It took a long time to cleanup and restock. I punched out late, drove home, slept for a few hours, and then got up at five and headed back to work.
It was a much better day. After checking my gear, I got to sleep for a couple hours, and then did a couple routine calls. I had a hearty lunch – thick clam chowder with fresh nine grain bread — watched some football, and then decided since it was such a nice day, I would ride my bike around the industrial circle for awhile. I just got the bike back from the shop the day before and hadn’t ridden for a week. For the last year I have been doing my triathlon training and really enjoy the solitude of biking. I put my radio in my pocket and just pedal around the .7 mile loop. Being a Sunday I can do a figure 8 and go down another road and around the town garage since there is no traffic there on Sunday. It makes a more pleasant mile long course. I had just done four easy miles and was thinking, this is great – what a day, what a life – I feel great — today I am going to go for a record. I’m going to do 16 miles, when the tone went off.
I recognized the address. Georgia again. Our most frequent flyer and subject of my last post.
We drove to her apartment complex non-priority. The complaint – same as always – pain. Now as I wrote in my previous post, I was feeling a little guilty that I had not picked up on her fractured shoulder head that last time, so despite the fact that I could still be riding my bike through the leaves on this maybe last pleasant Sunday of autumn, I resolved that I would be nice to her – extra nice.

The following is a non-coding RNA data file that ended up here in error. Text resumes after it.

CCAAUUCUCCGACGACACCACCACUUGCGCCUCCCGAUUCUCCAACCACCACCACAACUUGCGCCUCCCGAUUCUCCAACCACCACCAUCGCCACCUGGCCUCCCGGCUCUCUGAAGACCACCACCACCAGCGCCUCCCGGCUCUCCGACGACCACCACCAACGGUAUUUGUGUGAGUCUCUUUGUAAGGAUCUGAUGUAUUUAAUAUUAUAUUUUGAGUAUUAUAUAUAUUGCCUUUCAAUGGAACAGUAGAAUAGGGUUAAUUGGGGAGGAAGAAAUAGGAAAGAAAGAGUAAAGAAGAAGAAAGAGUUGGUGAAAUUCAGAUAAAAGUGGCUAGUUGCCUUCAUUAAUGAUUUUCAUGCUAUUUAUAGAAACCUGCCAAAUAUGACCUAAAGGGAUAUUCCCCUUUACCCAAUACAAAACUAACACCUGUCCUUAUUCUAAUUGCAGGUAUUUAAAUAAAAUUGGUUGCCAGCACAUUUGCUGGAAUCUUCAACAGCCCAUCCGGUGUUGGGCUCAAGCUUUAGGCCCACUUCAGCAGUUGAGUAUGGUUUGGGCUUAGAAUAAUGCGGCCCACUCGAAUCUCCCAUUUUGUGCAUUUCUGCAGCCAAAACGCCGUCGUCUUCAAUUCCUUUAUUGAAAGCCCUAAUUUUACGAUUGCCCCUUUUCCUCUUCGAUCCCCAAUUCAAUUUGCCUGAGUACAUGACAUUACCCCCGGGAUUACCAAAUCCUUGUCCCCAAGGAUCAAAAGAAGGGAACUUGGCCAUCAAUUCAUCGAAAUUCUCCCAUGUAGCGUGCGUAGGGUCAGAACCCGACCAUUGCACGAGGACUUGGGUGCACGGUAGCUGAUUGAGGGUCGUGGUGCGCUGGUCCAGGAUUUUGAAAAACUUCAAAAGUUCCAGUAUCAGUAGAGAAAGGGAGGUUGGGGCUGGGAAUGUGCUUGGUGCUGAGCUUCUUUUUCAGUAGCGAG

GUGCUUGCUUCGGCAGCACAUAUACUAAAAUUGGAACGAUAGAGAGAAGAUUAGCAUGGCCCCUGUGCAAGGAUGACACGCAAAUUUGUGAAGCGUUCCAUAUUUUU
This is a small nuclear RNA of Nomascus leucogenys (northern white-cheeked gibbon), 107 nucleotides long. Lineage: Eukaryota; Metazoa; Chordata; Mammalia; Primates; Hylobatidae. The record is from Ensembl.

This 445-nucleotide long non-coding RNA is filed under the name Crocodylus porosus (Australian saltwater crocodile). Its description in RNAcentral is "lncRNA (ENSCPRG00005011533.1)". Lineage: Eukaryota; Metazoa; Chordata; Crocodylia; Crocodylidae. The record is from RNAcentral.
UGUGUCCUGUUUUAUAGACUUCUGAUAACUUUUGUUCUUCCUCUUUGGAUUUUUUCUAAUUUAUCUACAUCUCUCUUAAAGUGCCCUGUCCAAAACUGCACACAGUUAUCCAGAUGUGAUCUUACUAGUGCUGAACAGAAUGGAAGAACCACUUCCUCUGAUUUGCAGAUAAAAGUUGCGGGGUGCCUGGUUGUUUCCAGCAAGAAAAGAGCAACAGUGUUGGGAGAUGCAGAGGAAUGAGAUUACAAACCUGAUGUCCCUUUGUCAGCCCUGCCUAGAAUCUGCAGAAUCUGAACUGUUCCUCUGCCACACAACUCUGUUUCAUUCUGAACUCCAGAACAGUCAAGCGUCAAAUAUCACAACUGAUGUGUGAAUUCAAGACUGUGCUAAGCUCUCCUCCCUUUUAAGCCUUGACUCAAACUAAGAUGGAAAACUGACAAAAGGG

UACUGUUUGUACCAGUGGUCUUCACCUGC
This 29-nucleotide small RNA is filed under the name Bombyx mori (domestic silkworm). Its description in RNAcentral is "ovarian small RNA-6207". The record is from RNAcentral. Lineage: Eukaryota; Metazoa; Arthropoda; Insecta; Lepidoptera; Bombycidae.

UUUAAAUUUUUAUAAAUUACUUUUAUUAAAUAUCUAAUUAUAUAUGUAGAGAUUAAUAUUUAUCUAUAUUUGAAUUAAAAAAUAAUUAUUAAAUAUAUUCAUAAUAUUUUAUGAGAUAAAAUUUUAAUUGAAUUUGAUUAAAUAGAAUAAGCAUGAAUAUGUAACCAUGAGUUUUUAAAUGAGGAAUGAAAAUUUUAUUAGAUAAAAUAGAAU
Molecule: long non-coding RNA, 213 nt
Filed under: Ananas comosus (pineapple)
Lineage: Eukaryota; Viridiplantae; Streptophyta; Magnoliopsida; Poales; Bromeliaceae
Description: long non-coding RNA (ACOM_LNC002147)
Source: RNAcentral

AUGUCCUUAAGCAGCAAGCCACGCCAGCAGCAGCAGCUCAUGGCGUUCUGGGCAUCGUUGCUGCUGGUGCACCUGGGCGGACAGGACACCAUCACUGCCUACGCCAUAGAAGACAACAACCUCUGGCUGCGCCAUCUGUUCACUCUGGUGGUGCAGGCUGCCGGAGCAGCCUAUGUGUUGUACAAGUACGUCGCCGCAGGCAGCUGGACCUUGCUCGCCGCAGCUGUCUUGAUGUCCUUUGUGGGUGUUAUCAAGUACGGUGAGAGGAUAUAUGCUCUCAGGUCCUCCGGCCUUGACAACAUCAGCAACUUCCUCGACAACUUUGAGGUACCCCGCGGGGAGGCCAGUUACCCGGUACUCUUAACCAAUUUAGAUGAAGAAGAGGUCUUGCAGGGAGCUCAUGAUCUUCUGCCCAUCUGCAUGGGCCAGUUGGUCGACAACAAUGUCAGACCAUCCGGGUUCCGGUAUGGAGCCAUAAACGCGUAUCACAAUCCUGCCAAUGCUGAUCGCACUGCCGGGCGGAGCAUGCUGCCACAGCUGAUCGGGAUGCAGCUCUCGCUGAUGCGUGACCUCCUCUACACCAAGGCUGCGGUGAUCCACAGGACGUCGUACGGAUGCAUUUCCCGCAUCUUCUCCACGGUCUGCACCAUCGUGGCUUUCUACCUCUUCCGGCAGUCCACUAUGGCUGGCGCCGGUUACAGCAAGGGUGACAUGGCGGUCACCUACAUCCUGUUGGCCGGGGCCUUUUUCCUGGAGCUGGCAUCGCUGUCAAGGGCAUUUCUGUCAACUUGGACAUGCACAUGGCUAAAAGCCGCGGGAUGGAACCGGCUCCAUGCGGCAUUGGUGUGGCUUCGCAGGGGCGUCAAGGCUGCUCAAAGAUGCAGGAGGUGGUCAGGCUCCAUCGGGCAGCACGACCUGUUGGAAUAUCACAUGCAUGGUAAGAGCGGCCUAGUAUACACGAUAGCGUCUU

How are you Georgia? I asked as I went into her apartment. How’s the shoulder?
It hurt that’s why I called.
How come your arm isn’t in a sling?
I got tired of wearing it. Get my cane and my coat.
Did the hospital give you pain medicine?
Yes, but my arthritis patch is done and I don’t have any refills, so they are going to have to give me a new patch.
Back to Hospital A?
No, I ain’t going there. Take me to Hospital B.
But Hospital A is the hospital we always take you too – they are the ones who have been treating you?
I don’t like the way they treat me. Take me to Hospital B.
Reminding myself that I am going to try to be nice to everyone regardless, I don’t argue, even though my girlfriend is working at Hospital A, which is also the closest hospital. Hospital B is on the far side of the other town.
Whatever you want, Georgia, I say.
I help her onto the stretcher and fluff her pillow and am pleasant to her all the way in.
At the hospital, they put her in the hallway. I wish her well.
When we get back to the base, I slide my radio into my pocket, get back on my bike and ride my slow loop, feeling the breeze in my face, the clear air in my lungs, taking in all the color — the red, yellow and orange — before the sun sets behind the trees.